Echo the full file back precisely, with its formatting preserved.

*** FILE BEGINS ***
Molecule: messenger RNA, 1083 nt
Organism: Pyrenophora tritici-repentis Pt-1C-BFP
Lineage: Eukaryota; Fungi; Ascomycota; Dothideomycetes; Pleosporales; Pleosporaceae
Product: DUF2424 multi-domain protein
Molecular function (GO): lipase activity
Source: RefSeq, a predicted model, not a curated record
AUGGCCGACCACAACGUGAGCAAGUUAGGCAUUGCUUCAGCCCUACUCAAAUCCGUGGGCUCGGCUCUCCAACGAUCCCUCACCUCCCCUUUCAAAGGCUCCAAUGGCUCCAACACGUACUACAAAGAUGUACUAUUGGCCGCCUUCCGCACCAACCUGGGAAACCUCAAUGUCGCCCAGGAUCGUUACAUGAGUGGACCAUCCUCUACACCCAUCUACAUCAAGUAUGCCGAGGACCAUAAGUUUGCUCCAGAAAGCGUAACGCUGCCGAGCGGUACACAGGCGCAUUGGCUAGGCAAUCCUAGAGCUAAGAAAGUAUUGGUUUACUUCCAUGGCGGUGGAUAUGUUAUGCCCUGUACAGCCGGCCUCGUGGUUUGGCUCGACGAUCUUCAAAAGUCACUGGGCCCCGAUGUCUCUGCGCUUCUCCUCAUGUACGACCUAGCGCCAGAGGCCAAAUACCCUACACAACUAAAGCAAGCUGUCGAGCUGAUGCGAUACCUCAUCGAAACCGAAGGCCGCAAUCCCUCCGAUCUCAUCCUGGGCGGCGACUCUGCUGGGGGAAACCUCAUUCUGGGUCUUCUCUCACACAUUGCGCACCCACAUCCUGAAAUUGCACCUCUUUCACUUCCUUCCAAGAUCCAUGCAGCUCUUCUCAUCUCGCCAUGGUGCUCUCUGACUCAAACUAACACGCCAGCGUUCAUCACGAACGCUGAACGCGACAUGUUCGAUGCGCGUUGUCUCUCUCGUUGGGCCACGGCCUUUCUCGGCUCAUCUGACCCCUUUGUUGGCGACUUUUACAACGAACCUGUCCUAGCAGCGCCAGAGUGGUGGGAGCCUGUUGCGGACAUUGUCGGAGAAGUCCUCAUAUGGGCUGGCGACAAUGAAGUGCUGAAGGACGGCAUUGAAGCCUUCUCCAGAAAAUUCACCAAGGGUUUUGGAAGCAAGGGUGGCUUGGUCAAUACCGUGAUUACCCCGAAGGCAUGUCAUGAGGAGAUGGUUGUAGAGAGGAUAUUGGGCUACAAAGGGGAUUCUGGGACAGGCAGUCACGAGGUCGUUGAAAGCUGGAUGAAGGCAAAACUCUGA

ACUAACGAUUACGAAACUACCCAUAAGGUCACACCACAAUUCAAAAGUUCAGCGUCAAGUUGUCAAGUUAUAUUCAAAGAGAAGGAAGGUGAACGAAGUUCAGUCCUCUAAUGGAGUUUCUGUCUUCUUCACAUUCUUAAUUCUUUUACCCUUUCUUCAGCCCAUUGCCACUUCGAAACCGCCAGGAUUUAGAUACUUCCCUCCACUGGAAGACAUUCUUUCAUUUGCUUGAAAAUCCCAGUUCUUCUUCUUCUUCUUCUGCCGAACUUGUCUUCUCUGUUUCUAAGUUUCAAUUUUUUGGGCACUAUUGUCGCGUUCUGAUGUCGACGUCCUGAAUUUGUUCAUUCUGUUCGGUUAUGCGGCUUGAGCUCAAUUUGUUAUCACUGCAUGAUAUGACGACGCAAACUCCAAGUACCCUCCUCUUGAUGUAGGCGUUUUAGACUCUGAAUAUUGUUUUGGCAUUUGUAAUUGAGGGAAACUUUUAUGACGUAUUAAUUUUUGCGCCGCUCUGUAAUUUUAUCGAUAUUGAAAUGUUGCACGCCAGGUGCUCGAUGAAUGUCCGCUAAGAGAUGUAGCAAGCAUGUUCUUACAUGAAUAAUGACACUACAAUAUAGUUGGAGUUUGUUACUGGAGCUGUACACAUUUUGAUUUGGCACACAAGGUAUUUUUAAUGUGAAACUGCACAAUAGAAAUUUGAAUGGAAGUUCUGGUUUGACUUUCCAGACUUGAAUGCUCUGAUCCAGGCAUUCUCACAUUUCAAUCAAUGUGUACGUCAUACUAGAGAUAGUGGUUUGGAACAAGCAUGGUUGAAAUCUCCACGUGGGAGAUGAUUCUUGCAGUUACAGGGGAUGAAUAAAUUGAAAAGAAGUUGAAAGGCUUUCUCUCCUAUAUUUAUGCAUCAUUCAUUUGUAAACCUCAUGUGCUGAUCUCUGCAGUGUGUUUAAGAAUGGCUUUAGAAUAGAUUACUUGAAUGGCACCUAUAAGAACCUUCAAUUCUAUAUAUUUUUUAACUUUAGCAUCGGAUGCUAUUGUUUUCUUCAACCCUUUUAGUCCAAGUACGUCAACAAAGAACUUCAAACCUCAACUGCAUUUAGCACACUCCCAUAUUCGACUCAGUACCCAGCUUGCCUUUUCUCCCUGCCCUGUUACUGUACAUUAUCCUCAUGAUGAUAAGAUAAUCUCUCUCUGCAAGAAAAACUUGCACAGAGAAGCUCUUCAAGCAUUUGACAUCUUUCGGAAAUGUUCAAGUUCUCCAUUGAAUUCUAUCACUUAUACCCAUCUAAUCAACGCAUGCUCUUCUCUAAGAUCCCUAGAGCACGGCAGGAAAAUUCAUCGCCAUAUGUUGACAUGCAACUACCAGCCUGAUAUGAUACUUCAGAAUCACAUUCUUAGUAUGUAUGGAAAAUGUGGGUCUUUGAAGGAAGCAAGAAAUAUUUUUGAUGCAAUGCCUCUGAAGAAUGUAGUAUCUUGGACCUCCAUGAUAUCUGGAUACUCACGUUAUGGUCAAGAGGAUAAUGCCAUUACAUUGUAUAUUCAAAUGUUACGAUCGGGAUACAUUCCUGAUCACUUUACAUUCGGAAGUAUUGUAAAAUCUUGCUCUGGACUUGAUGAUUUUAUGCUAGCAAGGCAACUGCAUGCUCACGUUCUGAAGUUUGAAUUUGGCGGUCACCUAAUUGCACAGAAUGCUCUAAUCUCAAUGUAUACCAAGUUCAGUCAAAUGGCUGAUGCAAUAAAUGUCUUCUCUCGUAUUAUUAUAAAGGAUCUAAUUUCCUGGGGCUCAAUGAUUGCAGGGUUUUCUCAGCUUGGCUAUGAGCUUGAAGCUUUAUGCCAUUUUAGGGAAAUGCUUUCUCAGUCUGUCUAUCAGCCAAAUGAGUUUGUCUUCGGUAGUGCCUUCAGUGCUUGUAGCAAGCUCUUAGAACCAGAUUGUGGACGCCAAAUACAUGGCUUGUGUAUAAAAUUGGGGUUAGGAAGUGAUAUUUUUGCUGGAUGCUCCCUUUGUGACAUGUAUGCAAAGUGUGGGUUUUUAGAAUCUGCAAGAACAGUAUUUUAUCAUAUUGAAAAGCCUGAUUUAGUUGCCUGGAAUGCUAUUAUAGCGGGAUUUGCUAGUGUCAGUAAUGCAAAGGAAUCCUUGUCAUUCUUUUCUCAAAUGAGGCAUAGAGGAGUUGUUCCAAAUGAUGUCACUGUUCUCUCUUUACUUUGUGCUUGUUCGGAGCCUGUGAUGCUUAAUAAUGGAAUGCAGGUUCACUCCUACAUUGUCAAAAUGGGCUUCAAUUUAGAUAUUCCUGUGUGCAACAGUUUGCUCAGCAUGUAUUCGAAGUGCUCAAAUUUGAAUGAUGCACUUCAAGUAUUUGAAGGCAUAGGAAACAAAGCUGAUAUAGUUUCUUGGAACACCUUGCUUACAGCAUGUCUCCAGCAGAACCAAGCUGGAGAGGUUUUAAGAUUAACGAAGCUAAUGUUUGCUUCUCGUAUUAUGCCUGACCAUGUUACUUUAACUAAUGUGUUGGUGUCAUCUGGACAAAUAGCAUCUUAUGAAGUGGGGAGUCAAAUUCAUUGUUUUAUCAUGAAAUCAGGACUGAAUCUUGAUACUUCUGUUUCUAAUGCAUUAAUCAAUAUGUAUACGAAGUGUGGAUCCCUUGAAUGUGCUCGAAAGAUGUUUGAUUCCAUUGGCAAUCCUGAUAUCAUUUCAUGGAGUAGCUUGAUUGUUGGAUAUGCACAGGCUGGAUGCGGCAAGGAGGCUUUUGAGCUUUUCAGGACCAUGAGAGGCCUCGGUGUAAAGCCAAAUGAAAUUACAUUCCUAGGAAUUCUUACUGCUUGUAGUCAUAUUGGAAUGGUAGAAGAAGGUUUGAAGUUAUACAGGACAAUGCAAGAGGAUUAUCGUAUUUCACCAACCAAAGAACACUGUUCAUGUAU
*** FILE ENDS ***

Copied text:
Molecule: messenger RNA, 1083 nt
Organism: Pyrenophora tritici-repentis Pt-1C-BFP
Lineage: Eukaryota; Fungi; Ascomycota; Dothideomycetes; Pleosporales; Pleosporaceae
Product: DUF2424 multi-domain protein
Molecular function (GO): lipase activity
Source: RefSeq, a predicted model, not a curated record
AUGGCCGACCACAACGUGAGCAAGUUAGGCAUUGCUUCAGCCCUACUCAAAUCCGUGGGCUCGGCUCUCCAACGAUCCCUCACCUCCCCUUUCAAAGGCUCCAAUGGCUCCAACACGUACUACAAAGAUGUACUAUUGGCCGCCUUCCGCACCAACCUGGGAAACCUCAAUGUCGCCCAGGAUCGUUACAUGAGUGGACCAUCCUCUACACCCAUCUACAUCAAGUAUGCCGAGGACCAUAAGUUUGCUCCAGAAAGCGUAACGCUGCCGAGCGGUACACAGGCGCAUUGGCUAGGCAAUCCUAGAGCUAAGAAAGUAUUGGUUUACUUCCAUGGCGGUGGAUAUGUUAUGCCCUGUACAGCCGGCCUCGUGGUUUGGCUCGACGAUCUUCAAAAGUCACUGGGCCCCGAUGUCUCUGCGCUUCUCCUCAUGUACGACCUAGCGCCAGAGGCCAAAUACCCUACACAACUAAAGCAAGCUGUCGAGCUGAUGCGAUACCUCAUCGAAACCGAAGGCCGCAAUCCCUCCGAUCUCAUCCUGGGCGGCGACUCUGCUGGGGGAAACCUCAUUCUGGGUCUUCUCUCACACAUUGCGCACCCACAUCCUGAAAUUGCACCUCUUUCACUUCCUUCCAAGAUCCAUGCAGCUCUUCUCAUCUCGCCAUGGUGCUCUCUGACUCAAACUAACACGCCAGCGUUCAUCACGAACGCUGAACGCGACAUGUUCGAUGCGCGUUGUCUCUCUCGUUGGGCCACGGCCUUUCUCGGCUCAUCUGACCCCUUUGUUGGCGACUUUUACAACGAACCUGUCCUAGCAGCGCCAGAGUGGUGGGAGCCUGUUGCGGACAUUGUCGGAGAAGUCCUCAUAUGGGCUGGCGACAAUGAAGUGCUGAAGGACGGCAUUGAAGCCUUCUCCAGAAAAUUCACCAAGGGUUUUGGAAGCAAGGGUGGCUUGGUCAAUACCGUGAUUACCCCGAAGGCAUGUCAUGAGGAGAUGGUUGUAGAGAGGAUAUUGGGCUACAAAGGGGAUUCUGGGACAGGCAGUCACGAGGUCGUUGAAAGCUGGAUGAAGGCAAAACUCUGA

ACUAACGAUUACGAAACUACCCAUAAGGUCACACCACAAUUCAAAAGUUCAGCGUCAAGUUGUCAAGUUAUAUUCAAAGAGAAGGAAGGUGAACGAAGUUCAGUCCUCUAAUGGAGUUUCUGUCUUCUUCACAUUCUUAAUUCUUUUACCCUUUCUUCAGCCCAUUGCCACUUCGAAACCGCCAGGAUUUAGAUACUUCCCUCCACUGGAAGACAUUCUUUCAUUUGCUUGAAAAUCCCAGUUCUUCUUCUUCUUCUUCUGCCGAACUUGUCUUCUCUGUUUCUAAGUUUCAAUUUUUUGGGCACUAUUGUCGCGUUCUGAUGUCGACGUCCUGAAUUUGUUCAUUCUGUUCGGUUAUGCGGCUUGAGCUCAAUUUGUUAUCACUGCAUGAUAUGACGACGCAAACUCCAAGUACCCUCCUCUUGAUGUAGGCGUUUUAGACUCUGAAUAUUGUUUUGGCAUUUGUAAUUGAGGGAAACUUUUAUGACGUAUUAAUUUUUGCGCCGCUCUGUAAUUUUAUCGAUAUUGAAAUGUUGCACGCCAGGUGCUCGAUGAAUGUCCGCUAAGAGAUGUAGCAAGCAUGUUCUUACAUGAAUAAUGACACUACAAUAUAGUUGGAGUUUGUUACUGGAGCUGUACACAUUUUGAUUUGGCACACAAGGUAUUUUUAAUGUGAAACUGCACAAUAGAAAUUUGAAUGGAAGUUCUGGUUUGACUUUCCAGACUUGAAUGCUCUGAUCCAGGCAUUCUCACAUUUCAAUCAAUGUGUACGUCAUACUAGAGAUAGUGGUUUGGAACAAGCAUGGUUGAAAUCUCCACGUGGGAGAUGAUUCUUGCAGUUACAGGGGAUGAAUAAAUUGAAAAGAAGUUGAAAGGCUUUCUCUCCUAUAUUUAUGCAUCAUUCAUUUGUAAACCUCAUGUGCUGAUCUCUGCAGUGUGUUUAAGAAUGGCUUUAGAAUAGAUUACUUGAAUGGCACCUAUAAGAACCUUCAAUUCUAUAUAUUUUUUAACUUUAGCAUCGGAUGCUAUUGUUUUCUUCAACCCUUUUAGUCCAAGUACGUCAACAAAGAACUUCAAACCUCAACUGCAUUUAGCACACUCCCAUAUUCGACUCAGUACCCAGCUUGCCUUUUCUCCCUGCCCUGUUACUGUACAUUAUCCUCAUGAUGAUAAGAUAAUCUCUCUCUGCAAGAAAAACUUGCACAGAGAAGCUCUUCAAGCAUUUGACAUCUUUCGGAAAUGUUCAAGUUCUCCAUUGAAUUCUAUCACUUAUACCCAUCUAAUCAACGCAUGCUCUUCUCUAAGAUCCCUAGAGCACGGCAGGAAAAUUCAUCGCCAUAUGUUGACAUGCAACUACCAGCCUGAUAUGAUACUUCAGAAUCACAUUCUUAGUAUGUAUGGAAAAUGUGGGUCUUUGAAGGAAGCAAGAAAUAUUUUUGAUGCAAUGCCUCUGAAGAAUGUAGUAUCUUGGACCUCCAUGAUAUCUGGAUACUCACGUUAUGGUCAAGAGGAUAAUGCCAUUACAUUGUAUAUUCAAAUGUUACGAUCGGGAUACAUUCCUGAUCACUUUACAUUCGGAAGUAUUGUAAAAUCUUGCUCUGGACUUGAUGAUUUUAUGCUAGCAAGGCAACUGCAUGCUCACGUUCUGAAGUUUGAAUUUGGCGGUCACCUAAUUGCACAGAAUGCUCUAAUCUCAAUGUAUACCAAGUUCAGUCAAAUGGCUGAUGCAAUAAAUGUCUUCUCUCGUAUUAUUAUAAAGGAUCUAAUUUCCUGGGGCUCAAUGAUUGCAGGGUUUUCUCAGCUUGGCUAUGAGCUUGAAGCUUUAUGCCAUUUUAGGGAAAUGCUUUCUCAGUCUGUCUAUCAGCCAAAUGAGUUUGUCUUCGGUAGUGCCUUCAGUGCUUGUAGCAAGCUCUUAGAACCAGAUUGUGGACGCCAAAUACAUGGCUUGUGUAUAAAAUUGGGGUUAGGAAGUGAUAUUUUUGCUGGAUGCUCCCUUUGUGACAUGUAUGCAAAGUGUGGGUUUUUAGAAUCUGCAAGAACAGUAUUUUAUCAUAUUGAAAAGCCUGAUUUAGUUGCCUGGAAUGCUAUUAUAGCGGGAUUUGCUAGUGUCAGUAAUGCAAAGGAAUCCUUGUCAUUCUUUUCUCAAAUGAGGCAUAGAGGAGUUGUUCCAAAUGAUGUCACUGUUCUCUCUUUACUUUGUGCUUGUUCGGAGCCUGUGAUGCUUAAUAAUGGAAUGCAGGUUCACUCCUACAUUGUCAAAAUGGGCUUCAAUUUAGAUAUUCCUGUGUGCAACAGUUUGCUCAGCAUGUAUUCGAAGUGCUCAAAUUUGAAUGAUGCACUUCAAGUAUUUGAAGGCAUAGGAAACAAAGCUGAUAUAGUUUCUUGGAACACCUUGCUUACAGCAUGUCUCCAGCAGAACCAAGCUGGAGAGGUUUUAAGAUUAACGAAGCUAAUGUUUGCUUCUCGUAUUAUGCCUGACCAUGUUACUUUAACUAAUGUGUUGGUGUCAUCUGGACAAAUAGCAUCUUAUGAAGUGGGGAGUCAAAUUCAUUGUUUUAUCAUGAAAUCAGGACUGAAUCUUGAUACUUCUGUUUCUAAUGCAUUAAUCAAUAUGUAUACGAAGUGUGGAUCCCUUGAAUGUGCUCGAAAGAUGUUUGAUUCCAUUGGCAAUCCUGAUAUCAUUUCAUGGAGUAGCUUGAUUGUUGGAUAUGCACAGGCUGGAUGCGGCAAGGAGGCUUUUGAGCUUUUCAGGACCAUGAGAGGCCUCGGUGUAAAGCCAAAUGAAAUUACAUUCCUAGGAAUUCUUACUGCUUGUAGUCAUAUUGGAAUGGUAGAAGAAGGUUUGAAGUUAUACAGGACAAUGCAAGAGGAUUAUCGUAUUUCACCAACCAAAGAACACUGUUCAUGUAU